The pandemic has pulled back the curtain on many inequities in the employment industry, such as a lack of access to physical and mental health care, the burden of student debt, and affordable childcare.
Seattle based Starbucks, with 350,000 employees worldwide, once again is taking the lead with offering benefits to employees that increase greater opportunity, not just solve an immediate problem.
This makes Starbucks a desirable company to work for, but more importantly sets an example for others to follow – and the corporate world is taking notes.
We have first hand experience with Starbucks first adopter approach. Our founder, Emily Dills, was invited several years ago to Starbucks HQ to speak with their employees about creative solving for quality and economical childcare. Today we count Starbucks employees as some of our biggest daily consumers.
Business Insider recently published an article about Starbucks taking creative leadership around employee benefits, noting that they are currently offering two hours of pay for anyone who chooses to get the Covid-19 vaccine. This addresses the needs of employees who find financial and scheduling constraints as a barrier to getting vaccinated.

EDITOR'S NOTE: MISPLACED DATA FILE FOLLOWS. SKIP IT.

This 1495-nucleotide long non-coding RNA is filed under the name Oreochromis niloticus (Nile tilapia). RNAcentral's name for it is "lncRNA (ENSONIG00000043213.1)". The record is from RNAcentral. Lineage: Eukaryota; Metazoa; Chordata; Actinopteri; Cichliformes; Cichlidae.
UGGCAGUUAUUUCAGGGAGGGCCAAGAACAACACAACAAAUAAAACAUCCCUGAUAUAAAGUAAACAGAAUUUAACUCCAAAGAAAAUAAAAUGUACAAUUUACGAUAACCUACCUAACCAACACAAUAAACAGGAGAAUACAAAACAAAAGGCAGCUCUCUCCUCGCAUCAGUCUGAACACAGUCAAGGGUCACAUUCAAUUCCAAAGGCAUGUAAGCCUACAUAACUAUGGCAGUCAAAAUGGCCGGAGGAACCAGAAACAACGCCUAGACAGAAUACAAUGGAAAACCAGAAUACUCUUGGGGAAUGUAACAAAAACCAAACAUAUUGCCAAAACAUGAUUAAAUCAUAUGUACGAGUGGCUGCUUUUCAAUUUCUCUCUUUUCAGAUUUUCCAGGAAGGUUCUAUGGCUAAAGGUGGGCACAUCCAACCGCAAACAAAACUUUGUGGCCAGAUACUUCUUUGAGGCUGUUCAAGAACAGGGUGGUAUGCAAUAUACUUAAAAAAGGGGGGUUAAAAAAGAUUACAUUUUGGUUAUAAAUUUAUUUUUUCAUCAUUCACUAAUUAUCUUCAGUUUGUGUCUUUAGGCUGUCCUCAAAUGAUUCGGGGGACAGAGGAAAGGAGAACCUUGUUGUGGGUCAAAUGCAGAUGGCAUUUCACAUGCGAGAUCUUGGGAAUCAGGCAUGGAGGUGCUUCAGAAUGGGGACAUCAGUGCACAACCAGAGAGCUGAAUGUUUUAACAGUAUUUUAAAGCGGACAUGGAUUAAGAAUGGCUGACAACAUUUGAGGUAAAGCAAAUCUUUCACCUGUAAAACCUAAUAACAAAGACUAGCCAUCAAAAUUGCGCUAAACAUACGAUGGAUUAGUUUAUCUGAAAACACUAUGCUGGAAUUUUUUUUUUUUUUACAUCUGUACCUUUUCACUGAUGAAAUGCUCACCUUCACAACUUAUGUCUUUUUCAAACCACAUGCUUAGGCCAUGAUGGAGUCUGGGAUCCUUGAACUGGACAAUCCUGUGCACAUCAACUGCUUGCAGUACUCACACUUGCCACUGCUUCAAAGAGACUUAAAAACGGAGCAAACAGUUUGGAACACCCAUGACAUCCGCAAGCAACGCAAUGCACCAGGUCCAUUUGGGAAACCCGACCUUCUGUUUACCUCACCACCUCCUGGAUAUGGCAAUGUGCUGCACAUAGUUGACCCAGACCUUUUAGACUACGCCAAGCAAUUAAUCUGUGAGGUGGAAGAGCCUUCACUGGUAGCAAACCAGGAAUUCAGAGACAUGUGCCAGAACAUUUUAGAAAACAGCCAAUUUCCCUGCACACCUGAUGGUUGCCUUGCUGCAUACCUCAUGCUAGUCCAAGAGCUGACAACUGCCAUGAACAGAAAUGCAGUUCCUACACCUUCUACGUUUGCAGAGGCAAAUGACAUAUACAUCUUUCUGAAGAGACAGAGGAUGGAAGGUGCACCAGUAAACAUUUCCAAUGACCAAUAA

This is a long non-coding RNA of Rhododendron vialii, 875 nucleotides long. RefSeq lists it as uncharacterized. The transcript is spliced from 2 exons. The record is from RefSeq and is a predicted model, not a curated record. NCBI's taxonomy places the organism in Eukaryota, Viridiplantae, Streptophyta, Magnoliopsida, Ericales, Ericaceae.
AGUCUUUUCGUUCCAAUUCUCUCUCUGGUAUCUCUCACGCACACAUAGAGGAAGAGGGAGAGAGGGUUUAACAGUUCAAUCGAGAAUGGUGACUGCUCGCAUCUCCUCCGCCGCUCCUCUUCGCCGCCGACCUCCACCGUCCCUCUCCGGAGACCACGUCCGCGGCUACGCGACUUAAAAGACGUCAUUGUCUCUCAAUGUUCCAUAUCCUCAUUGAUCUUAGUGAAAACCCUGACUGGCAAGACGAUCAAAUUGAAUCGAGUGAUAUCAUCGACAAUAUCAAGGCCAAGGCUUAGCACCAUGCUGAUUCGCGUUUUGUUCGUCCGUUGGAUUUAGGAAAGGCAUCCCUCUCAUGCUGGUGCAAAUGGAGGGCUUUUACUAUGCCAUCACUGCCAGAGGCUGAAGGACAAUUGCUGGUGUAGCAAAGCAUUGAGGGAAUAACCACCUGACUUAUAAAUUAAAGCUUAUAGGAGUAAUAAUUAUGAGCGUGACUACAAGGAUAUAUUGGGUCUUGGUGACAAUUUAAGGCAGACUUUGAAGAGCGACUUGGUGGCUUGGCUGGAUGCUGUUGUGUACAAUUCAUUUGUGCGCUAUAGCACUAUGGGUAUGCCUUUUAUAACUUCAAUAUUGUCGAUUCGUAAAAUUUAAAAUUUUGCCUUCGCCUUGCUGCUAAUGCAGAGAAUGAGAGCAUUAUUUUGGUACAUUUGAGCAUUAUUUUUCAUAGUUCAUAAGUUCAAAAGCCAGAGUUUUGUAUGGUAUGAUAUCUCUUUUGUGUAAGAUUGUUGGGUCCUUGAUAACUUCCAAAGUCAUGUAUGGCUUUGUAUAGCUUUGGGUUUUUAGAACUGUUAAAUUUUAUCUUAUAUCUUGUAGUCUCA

Starbucks VP of Global Benefits Ron Crawford is the architect of the company’s college achievement and debt repayment plan and he explains how benefits clearly impact the bottom line. Although some interviewed for the article claim that they’d prefer higher wages to benefits they may not use, the overall message seems to be that benefits compliment wages, and no one size fits all when considering the diversity of a workforce.
Therefore, a menu of options addressing the needs of individual employees primarily by removing barriers are what seems to be working company wide. As Crawford explains, “benefits are ultimately about solutions.”
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